- 1 9 Fun Things to do in Newcastle
- 2 Where to eat in Newcastle
- 3 How to get to Newcastle from Sydney
- 4 Where to stay in Newcastle
9 Fun Things to do in Newcastle
Australia’s eight largest city is a coastal stunner, surrounded on both sides by beautiful beaches. Newcastle is also a city steeped in history and has becoming a gastronomical mecca of late, with a plethora of cute cafes to choose from. There are plenty of things to do in Newcastle, so plan to spend at least a few days in Steel City!
Located in Newcastle East, Fort Scratchley was built in 1882 to defend the city against a potential attack from the Russians. Now a museum, Fort Scratchley is a popular spot to check out the old building which is now a museum and take in the spectacular view on all sides. Kids will love rolling down the hill to the playground below.
A Newcastle icon, Nobbys Lighthouse was built in 1858. The grounds are open from 10am-4pm every Sunday, offering spectacular views of Newcastle, Stockton and beyond.
Get more information about Nobbys Lighthouse here.
Newcastle Memorial Walk
A picturesque 450m long boarwalk and bridge, the Newcastle Memorial Walk was built to commemorate the 100th anniversary of the ANZAC landing at Gallipoli in 1915 which also coincided with the commencement of steel-making in Newcastle.
Image courtesy of Destination NSW.
Swim at the many beautiful beaches
Newcastle has plenty of beaches to choose from. Stockton Beach is the longest beach in NSW and has giant sand dunes that are popular for “surfing” down. Dixon Park Beach, Nobbys Beach, Newcastle Beach and Mereweather Beach are all beautiful options – you can’t go wrong with any of them!
Newcastle and Merewether Ocean Baths
These popular swimming spots are also a piece of Newcastle history. Newcastle Ocean Baths was opened in 1922 and Merewether Baths in 1935. We particularly loved the Art Deco-style bathing pavilion at the iconic Newcastle Ocean Baths.
Families will love the large, shallow Canoe Pool that sits adjacent to the Newcastle Ocean Baths, on its southern side.
The baths are open year ’round.
Additional image courtesy of Destination NSW.
A small museum excellently executed, the Newcastle Museum is a top spot to learn more about the local area through interactive and engaging exhibitions.
The Supenova Hands-on Science Centre including a Mininova area for kids under 115cm are particularly fun for families to drop in and see, as is the full-sized vintage tram that is just beckoning to be climbed.
Read more about our visit to the Newcastle Museum here.
Blackbutt Reserve is a 182-hectare bushland oasis in Newcastle featuring nature trails, wildlife exhibits, children’s playgrounds and picnic facilities.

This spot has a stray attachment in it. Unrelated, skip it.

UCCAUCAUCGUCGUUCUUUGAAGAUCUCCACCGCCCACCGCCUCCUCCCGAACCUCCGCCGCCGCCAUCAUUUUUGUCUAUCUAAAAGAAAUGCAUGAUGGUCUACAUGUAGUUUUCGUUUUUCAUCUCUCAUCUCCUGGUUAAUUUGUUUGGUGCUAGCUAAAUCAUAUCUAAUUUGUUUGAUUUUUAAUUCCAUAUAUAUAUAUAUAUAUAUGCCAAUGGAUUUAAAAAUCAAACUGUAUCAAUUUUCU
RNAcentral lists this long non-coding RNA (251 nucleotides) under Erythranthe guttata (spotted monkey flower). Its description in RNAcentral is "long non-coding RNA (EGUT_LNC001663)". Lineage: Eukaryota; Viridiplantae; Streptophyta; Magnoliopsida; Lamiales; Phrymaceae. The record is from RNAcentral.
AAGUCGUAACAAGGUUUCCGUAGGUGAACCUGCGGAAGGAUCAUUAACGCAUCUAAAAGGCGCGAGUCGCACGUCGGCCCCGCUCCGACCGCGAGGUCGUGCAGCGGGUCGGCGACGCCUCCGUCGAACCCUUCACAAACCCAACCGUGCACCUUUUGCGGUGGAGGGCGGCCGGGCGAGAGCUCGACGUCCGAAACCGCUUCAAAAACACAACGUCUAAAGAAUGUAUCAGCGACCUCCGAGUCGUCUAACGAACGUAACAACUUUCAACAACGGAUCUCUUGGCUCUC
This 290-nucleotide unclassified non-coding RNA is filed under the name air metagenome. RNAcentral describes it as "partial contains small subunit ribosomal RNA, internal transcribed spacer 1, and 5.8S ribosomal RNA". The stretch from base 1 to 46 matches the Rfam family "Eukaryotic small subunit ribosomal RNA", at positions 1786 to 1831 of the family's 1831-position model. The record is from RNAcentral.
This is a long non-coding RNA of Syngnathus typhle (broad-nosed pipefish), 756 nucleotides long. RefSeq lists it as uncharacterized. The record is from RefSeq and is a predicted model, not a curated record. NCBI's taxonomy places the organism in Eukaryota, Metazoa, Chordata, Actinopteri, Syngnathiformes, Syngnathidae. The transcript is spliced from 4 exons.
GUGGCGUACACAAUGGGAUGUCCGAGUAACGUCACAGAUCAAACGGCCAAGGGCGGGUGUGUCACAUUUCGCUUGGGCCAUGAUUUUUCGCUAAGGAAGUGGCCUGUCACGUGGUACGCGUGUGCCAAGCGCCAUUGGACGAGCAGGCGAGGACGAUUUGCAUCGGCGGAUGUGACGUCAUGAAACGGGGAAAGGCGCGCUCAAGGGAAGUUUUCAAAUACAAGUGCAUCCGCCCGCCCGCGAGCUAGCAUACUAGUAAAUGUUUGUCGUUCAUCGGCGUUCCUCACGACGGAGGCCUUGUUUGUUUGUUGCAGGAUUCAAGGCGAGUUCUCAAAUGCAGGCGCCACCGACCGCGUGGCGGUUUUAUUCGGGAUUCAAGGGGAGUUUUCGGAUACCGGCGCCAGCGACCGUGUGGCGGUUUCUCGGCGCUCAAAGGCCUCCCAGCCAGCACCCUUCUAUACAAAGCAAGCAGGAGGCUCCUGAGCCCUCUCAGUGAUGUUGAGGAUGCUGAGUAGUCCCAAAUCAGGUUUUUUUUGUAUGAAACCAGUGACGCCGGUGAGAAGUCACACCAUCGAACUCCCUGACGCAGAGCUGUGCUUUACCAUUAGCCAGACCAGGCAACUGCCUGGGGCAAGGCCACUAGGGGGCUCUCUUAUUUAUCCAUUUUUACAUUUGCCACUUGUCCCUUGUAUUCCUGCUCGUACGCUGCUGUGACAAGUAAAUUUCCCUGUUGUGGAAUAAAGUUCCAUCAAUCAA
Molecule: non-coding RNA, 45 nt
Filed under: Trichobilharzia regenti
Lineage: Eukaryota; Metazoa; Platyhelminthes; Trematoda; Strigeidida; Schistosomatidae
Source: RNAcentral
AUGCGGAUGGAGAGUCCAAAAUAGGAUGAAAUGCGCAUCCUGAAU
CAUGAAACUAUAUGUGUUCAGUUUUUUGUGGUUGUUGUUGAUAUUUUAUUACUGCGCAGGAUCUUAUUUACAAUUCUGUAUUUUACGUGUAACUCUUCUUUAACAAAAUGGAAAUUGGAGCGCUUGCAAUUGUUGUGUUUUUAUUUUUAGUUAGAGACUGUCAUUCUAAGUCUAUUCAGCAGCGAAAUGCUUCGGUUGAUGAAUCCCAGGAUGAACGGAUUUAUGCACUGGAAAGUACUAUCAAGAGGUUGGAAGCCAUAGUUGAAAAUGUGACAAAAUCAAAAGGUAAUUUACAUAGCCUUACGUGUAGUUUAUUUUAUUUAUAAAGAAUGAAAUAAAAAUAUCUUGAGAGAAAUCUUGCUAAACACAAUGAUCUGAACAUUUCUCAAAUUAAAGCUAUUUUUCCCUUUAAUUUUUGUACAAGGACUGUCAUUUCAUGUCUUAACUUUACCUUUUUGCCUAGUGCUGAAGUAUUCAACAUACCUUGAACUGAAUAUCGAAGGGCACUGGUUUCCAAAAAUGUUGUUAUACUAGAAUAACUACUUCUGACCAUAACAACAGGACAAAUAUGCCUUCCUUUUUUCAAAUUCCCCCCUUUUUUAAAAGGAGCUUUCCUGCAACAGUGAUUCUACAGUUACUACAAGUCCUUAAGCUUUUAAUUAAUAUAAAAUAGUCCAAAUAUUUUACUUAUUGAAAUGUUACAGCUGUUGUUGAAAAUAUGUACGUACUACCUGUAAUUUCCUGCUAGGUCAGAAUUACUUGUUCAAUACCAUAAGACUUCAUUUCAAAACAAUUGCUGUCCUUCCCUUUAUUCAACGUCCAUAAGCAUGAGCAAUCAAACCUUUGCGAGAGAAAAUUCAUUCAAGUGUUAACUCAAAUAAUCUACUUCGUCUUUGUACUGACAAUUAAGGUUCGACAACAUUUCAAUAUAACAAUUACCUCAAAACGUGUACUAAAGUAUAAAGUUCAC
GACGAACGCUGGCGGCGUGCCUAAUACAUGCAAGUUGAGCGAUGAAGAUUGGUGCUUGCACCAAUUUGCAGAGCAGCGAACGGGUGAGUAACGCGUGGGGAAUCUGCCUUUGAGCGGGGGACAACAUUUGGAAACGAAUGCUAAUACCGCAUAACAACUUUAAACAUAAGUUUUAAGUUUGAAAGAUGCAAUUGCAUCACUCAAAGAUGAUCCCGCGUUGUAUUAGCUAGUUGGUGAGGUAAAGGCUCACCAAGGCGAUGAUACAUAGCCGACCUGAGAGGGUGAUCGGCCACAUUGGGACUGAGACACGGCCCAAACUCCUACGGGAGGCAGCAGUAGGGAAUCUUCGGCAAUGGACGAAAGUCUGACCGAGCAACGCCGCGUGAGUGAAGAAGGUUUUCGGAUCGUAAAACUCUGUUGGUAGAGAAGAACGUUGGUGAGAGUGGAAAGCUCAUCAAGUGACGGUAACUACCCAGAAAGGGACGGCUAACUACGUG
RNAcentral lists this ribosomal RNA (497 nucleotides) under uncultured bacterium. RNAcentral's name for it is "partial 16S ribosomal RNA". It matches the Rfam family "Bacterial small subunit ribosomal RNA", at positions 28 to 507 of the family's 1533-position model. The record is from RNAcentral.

Read more about visiting Blackbutt Reserve.
Shop and eat on Darby Street
Darby Street is the place to shop, eat and people watch. The street contains cafes, restaurants, galleries and gift stores.
A favourite with families, Blackbutt Reserve contains nature trails, playgrounds and wildlife exhibits. With plenty of barbecue and picnic facilities, it’s the perfect spot for a relaxing day in nature.
Entry to the park is free, and animal feedings run daily (except for Christmas Day, Anzac Day and Good Friday). The current schedule is 10.30am Wombats, 10.45am Lorikeets, 1.30pm Nocturnal Animals and 2pm Koalas, however please visit Blackbutt Reserve Facebook page for cancellations and changes. The new playground at Richley Reserve is also worth checking out.
Get more info on visiting Blackbutt Reserve here.
Image courtesy of the City of Newcastle.
Where to eat in Newcastle
Napoli Centrale Pizza Bar
While you are guaranteed a good meal trying any one of the many chic restaurants on Darby Street, we particularly enjoyed dining at Napoli Centrale Pizza Bar, a Newcastle pizza institution.
I also highly recommend the excellent handmade gelato at Popolo Gelateria.
Goldbergs Coffee House
Another Newcastle institution! Goldbergs is worth visiting for the ambience and vibe, which is still the same laid-back feeling it’s had for decades. No kids’ menu but some plain options kids will eat. Lots of vegetarian choices.
An outstanding gelato spot with creative flavours that takes like heaven. Highly, highly, highly recommend Monella Gelato! I had pavlova and dulce de leche and they were fantastic.
Coco Monde is a chocolate cafe specialising in delicious chocolate desserts and high teas, but also offering a savoury menu.
Three Monkeys Cafe
A popular cafe, Three Monkeys serves delicious breakfast dishes and smoothies. I loved my breakfast dish here – a smashed avocado and egg dish with slash of zesty beetroot.
The gorgeous Mockingbird cafe is located in the suburb of Hamilton, so a bit out of the city centre. It is highly worth the drive however as the food is incredible! The kids’ red velvet pancakes were so pretty, and the avocado dish superb.
Bistro Dalby at the Novotel Beach Hotel is an excellent choice for a nice evening meal (they have an incredible kids’ menu!). Plenty of options for all dietary requirements and amazing service.
How to get to Newcastle from Sydney
We drove our own car from Sydney via the M1 and Pacific Highway. It takes about 2.5 hours (168km) to drive. You can catch the train to Hamilton or Broadmedow Stations and then hop on a connecting shuttle bus to central Newcastle until the light rail is complete. Regular Newcastle and Central Coast services depart from Central Station, Strathfield, Epping, Eastwood and Hornsby. Greyhound bus services also take passengers from Sydney’s Central Station. Get more info on taking public transport to Newcastle here.
Where to stay in Newcastle
We highly enjoyed our stay at the Novotel Newcastle Beach Hotel. It was in an excellent location, had extremely friendly staff, and the brekkie was fantastic!
Read more about our stay at the Novotel Newcastle Beach Hotel here.
Christine is the editor of Adventure, Baby!